Gopala Bhatta is also a sastra-guru of our bhakti sastra. In Hari-bhakti-vilasa and Sat-kriya Sara Dipika he has given all the behavioral codes and ritualistic procedures for our sampradaya. Although he is most well known for these works, he was also a principal contributor to Jiva Goswami’s Sat-sandarbha. In each of the six sandarbhas, Sri Jiva offers his respect to Gopala Bhatta Goswami, noting that his own work on the sandarbhas is merely what he considered a rearranging of notes gathered by Gopala Bhatta Goswami.
Perhaps Gopala Bhatta Goswami is best known for having established the Radha-Ramana Deity and temple in Vrindavana. This event is connected to the story of his collecting Salagramas at Mahaprabhu’s request. After arriving in Vrindavana, he worshipped the Salagramas, keeping them around his neck or hanging them from a tree in a basket.
When Gopala Bhatta received the offering of ornaments and clothing from one wealthy patron, he placed it before his Salagramas and lamented on two accounts. First of all, he could not use the ornaments for the Salagramas, as they were suitable for a Deity. Secondly, he lamented because Mahaprabhu had promised that Gopala Bhatta would again get his darsana, but this had not come to pass. Mahaprabhu was in Puri, and although he sent Gopala Bhatta his kaupina and asana, he had not personally come to give him darsana.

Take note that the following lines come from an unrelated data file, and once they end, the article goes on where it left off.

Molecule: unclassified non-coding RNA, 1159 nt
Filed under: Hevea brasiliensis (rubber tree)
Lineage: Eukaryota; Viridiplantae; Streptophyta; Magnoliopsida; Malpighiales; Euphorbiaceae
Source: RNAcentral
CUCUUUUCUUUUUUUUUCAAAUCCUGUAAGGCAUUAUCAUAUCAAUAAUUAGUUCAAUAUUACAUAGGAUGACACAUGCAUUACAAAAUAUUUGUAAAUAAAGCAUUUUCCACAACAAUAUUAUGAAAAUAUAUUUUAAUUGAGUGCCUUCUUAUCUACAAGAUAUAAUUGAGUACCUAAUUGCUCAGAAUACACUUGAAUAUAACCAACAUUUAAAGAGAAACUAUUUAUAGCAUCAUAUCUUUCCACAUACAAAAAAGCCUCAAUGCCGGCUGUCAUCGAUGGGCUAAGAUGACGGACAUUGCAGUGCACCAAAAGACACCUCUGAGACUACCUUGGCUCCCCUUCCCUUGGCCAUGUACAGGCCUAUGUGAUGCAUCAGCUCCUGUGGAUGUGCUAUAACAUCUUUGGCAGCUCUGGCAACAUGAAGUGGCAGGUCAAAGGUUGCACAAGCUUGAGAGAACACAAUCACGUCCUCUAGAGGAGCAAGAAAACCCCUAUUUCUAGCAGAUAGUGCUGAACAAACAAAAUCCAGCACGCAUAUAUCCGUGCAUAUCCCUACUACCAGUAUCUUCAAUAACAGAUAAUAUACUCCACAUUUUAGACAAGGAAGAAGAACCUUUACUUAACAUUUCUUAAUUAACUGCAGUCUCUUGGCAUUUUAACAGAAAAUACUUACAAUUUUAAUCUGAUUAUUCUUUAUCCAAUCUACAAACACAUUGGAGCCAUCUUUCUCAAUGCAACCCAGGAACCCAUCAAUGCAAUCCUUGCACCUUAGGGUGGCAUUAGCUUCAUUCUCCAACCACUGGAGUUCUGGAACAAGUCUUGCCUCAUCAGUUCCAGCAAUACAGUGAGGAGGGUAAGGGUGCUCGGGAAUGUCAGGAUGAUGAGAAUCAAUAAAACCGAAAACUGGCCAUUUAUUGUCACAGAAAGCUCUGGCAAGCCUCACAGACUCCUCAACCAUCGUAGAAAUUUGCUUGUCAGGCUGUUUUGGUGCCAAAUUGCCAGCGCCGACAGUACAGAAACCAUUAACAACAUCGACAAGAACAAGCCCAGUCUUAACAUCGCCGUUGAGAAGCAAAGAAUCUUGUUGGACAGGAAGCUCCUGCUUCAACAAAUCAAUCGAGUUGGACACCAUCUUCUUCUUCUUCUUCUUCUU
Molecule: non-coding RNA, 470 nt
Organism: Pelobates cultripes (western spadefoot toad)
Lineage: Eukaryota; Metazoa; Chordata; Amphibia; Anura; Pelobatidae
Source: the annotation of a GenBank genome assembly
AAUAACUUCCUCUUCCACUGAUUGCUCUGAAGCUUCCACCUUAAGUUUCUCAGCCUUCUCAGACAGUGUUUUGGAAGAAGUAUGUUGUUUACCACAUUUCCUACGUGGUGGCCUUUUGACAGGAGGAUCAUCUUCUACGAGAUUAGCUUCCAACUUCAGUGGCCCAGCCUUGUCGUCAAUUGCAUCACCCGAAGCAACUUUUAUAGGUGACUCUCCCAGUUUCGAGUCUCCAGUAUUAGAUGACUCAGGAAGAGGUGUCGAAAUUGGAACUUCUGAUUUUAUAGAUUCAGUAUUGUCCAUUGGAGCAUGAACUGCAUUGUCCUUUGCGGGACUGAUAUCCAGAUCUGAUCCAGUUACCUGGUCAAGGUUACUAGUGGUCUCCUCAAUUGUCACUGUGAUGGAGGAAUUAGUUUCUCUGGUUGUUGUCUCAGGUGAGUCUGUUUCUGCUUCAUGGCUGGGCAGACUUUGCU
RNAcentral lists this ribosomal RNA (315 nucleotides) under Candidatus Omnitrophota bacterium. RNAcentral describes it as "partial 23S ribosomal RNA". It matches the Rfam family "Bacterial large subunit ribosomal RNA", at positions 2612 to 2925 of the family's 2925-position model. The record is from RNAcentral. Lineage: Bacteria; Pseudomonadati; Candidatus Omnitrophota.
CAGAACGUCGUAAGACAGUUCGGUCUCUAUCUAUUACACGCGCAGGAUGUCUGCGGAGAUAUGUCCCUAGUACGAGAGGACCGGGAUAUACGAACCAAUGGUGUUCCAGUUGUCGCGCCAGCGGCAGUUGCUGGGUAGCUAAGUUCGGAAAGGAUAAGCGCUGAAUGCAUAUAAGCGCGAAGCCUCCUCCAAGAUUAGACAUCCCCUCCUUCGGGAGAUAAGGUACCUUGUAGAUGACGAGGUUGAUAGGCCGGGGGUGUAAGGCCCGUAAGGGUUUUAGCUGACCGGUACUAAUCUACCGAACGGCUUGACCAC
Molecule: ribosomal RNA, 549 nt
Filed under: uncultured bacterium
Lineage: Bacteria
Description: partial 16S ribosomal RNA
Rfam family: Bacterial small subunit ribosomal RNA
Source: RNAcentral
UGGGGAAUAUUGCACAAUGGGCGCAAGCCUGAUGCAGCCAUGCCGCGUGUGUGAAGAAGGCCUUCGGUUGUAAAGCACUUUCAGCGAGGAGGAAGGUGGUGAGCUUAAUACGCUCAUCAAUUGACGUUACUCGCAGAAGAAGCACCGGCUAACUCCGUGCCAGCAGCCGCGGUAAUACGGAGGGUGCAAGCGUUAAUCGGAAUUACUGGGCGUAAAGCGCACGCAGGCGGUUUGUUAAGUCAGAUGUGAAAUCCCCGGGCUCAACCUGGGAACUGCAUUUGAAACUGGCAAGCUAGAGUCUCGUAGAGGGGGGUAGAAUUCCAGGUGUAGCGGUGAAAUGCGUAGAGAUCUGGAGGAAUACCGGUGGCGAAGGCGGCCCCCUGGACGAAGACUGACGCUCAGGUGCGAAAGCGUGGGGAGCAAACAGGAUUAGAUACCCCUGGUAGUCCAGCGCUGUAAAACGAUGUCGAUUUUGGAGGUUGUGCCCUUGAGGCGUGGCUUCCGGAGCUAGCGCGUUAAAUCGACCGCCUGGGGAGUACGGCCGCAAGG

Lamenting on two accounts, Gopala Bhatta became unconscious on the Buddha Jayanti after contemplating the significance of Prahlada Maharaja’s experience of Sri Narasimha. When he awoke, he noticed that the lid of the basket hanging from the tree was half open. He thought that perhaps a snake had gotten inside, so he tried to push the lid down, but it would not go down. When he opened it up, there was Radha-Ramana! The Damodara-salagram had manifested as an eleven and one half inch Deity of Krishna in a pose playing the flute.
It is considered that Radha-Ramana was the fulfillment of Mahaprabhu’s promise to give Gopala Bhatta his darsana a second time. Radha-Ramana is considered to be Radha and Krishna combined. He is thus nondifferent from Mahaprabhu. Since that day, Gopala Bhatta Goswami’s desire to offer ornaments to his Deity have been more than fulfilled, as worship of Radha-Ramana has been in place for over 500 years. Indeed, he is perhaps the best dressed Deity in town.